Monday, November 25, 2013

Don't Mess with the People Who Handle Your Food

Nothing seems to get people riled up like a good discussion about tipping in restaurants. Over the years, I've witnessed some of the most heated discussions about tipping and poor restaurant behavior, with a clear divide between people who believe you should tip well and people who think servers make far too much money and we should all tip less.

One thing I've noticed? No matter what you say, people who tip 0%-10% at sit-down restaurants are not going to budge, no matter what you say.

Recently, my longtime friend Jilly re-posted a photo on Facebook that had gone viral. Apparently a pastor in St. Louis marked out an automatic 18% gratuity with the comment, "I give God 10%. Why should I give you 18%?"

Two things jumped out at me right away:

  • The woman gives 10% of her SALARY to God. The restaurant is adding 18% of the food she ate. Big difference.
  • Haven't restaurant workers learned by now that if you post a customer receipt online, you're going to be fired?
But I digress. The whole incident ignited a storm everywhere it was posted, with thousands of consumers offering their opinions. Most felt that the pastor should be ashamed of herself, especially since she called the restaurant and got the server who posted the receipt fired before issuing a public relations-guided apology to save her reputation.

However, a small minority came forward to agree with the pastor, saying 10% is a fair tip for a server. Those comments incited the usual, "You've obviously never waited tables" argument, along with, "If you don't want to tip, stay home and cook your own meals."

Another thing I've found over the years--people who don't believe in tipping 15%-20% are not going to change their minds. They're also not going to stop eating at Applebee's and Chili's, no matter how many times you tell them they should. They have their reasons and they don't think they should stop eating where they want to eat. They also don't believe a server will ever spit in their food. I hope they're right!

The tipped minimum wage has barely budged since 1966, when it was initiated at 50% of the minimum wage at the time. Currently, it's at $2.13 an hour, while the federal minimum wage is $7.25 an hour. $2.13 is not 50 percent of $7.25, no matter how you crunch the numbers. Reportedly restaurant industry lobbyists work hard to keep the tipped wage the same--but if it ever increases to 50% of the federal minimum wage, you can bet that extra expense will be added to the menu prices.

The answer is clear. If you disagree with paying 15%-20%, don't punish hard-working servers. Punish the restaurant industry that makes sure the tipped hourly wage stays the same, decade after decade. By dining at home or choosing restaurants that pay their workers at least $7.25 an hour (i.e. fast food and fast casual restaurants), you'll make a statement to the national restaurant chains. You may very well be making your 0%-10% statement by keeping a server from providing food for his/her children that week.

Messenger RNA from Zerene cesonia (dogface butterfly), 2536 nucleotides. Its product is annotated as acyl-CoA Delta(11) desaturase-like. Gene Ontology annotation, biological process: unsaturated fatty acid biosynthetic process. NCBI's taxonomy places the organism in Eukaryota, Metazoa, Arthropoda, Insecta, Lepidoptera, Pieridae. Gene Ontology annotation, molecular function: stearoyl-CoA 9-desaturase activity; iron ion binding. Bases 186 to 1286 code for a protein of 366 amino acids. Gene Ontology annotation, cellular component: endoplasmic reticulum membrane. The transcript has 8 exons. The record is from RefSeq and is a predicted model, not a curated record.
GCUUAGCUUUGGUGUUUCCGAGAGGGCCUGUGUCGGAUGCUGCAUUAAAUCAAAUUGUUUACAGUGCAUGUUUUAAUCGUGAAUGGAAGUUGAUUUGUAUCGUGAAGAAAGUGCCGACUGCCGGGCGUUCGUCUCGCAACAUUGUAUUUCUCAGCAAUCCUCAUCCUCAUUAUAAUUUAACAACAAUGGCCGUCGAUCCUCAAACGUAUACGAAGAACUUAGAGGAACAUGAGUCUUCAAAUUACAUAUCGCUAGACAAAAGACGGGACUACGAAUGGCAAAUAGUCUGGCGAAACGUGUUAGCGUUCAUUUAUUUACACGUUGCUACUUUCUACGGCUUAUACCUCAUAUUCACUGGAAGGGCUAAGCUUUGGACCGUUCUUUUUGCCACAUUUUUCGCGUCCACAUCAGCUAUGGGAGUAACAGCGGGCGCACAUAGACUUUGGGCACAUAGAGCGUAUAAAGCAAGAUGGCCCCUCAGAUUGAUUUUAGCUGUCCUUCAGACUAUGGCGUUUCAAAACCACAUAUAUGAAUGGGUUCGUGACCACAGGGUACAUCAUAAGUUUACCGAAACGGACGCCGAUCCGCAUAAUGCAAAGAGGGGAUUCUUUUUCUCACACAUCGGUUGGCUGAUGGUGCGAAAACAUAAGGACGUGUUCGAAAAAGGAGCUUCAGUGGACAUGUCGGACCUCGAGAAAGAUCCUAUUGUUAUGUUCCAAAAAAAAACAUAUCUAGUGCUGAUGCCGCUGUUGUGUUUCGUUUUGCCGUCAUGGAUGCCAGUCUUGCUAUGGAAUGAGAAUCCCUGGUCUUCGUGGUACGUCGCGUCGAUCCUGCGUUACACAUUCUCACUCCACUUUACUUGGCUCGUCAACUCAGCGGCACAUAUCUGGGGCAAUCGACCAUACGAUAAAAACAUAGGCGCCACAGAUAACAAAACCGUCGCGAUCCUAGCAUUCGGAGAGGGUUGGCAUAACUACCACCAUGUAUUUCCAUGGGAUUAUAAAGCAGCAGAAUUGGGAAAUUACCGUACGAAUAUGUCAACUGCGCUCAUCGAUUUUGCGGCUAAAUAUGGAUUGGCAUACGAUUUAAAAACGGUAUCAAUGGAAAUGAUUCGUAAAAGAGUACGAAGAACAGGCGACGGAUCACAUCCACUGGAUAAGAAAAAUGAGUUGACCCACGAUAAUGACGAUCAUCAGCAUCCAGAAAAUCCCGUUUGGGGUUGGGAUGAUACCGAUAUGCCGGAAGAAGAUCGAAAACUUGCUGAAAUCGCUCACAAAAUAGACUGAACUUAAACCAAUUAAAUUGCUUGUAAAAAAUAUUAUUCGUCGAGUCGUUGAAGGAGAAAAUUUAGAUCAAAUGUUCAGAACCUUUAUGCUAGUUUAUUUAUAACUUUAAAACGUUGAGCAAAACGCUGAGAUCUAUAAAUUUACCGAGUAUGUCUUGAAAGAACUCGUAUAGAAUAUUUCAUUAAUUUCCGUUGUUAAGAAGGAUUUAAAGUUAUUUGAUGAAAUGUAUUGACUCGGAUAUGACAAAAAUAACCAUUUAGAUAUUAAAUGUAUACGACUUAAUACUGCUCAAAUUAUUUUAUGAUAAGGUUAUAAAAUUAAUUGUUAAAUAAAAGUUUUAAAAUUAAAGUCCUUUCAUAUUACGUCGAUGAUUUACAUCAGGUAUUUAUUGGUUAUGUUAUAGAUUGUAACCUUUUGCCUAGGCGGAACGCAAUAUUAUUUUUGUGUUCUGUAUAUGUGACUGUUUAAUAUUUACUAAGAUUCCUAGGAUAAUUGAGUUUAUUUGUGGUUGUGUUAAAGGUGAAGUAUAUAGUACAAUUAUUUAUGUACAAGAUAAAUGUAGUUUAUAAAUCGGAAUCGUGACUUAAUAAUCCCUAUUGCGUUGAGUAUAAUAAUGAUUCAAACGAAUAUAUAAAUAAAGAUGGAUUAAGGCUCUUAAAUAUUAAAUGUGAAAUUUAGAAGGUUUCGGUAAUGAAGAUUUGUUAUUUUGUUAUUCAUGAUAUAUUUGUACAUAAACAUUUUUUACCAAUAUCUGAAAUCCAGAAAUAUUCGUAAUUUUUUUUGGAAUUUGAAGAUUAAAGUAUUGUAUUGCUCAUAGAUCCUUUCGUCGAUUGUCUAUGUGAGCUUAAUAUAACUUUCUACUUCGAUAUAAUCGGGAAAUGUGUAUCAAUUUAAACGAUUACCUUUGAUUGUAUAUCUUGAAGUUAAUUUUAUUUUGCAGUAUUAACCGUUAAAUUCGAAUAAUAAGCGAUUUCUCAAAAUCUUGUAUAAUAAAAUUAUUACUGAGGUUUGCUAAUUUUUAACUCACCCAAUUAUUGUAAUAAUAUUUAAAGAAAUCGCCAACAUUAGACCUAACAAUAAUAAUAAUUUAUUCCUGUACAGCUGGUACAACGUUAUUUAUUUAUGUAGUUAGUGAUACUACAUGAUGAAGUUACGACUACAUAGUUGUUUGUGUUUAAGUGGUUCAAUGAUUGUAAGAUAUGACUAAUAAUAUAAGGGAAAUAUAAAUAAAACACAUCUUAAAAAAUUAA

1. I worked in a family restaurant for 5 years; working both in the restaurant side and the bar side of it. I was making about $9.50 per credit hour (1992-1997) as a full-time staff without tips. Why? Because people didn't tip at the restaurant.

  2. I generally tip 15% to 20% and sometimes more (unless the service is atrocious). I do, however, resent a restaurant forcing me pay their employees' salary. I believe all servers should receive minimum wage for doing their job and a tip should be for going above and beyond the responsibilities for which they are paid. This would assure a fair wage for wait staff, better service for patrons, and customers who don't resent leaving extra in the form of a gratuity for those servers who provide excellent service.

  3. I had a roommate who was a server in a restaurant. It was amazing how rude some people were, and then on top of that, they wouldn't even tip appropriately. What is wrong with people? Everyone knows when you go to a restaurant, you have to leave a tip. It's just part of the deal.

  4. I was a server for a year at Crackerbarrel- sometimes I have dreams- nightmares!- of going back to work there, lol! And my thoughts on people who don't tip? If you can't afford to tack on a couple of extra dollars to your meal total, then you probably can't really afford to be going out to eat...Just sayin'. =)

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  6. Wow! That pastor. She certainly had that Christian spirit, didn't she? I'm sure Jesus approved. *Warning* *Warning* Sarcasm detected.

    As for tipping, I worked in the restaurant field. I never recall getting a decent tip. Even when people told me how much they loved the restaurant. Who knows. Generally, I try to tip 15% - 20%. Even if the service was bad, I try not to take that into consideration too much. Everyone has a bad day. I wouldn't want my boss to take money away from me just because I'm having a bad day at work. Things happen.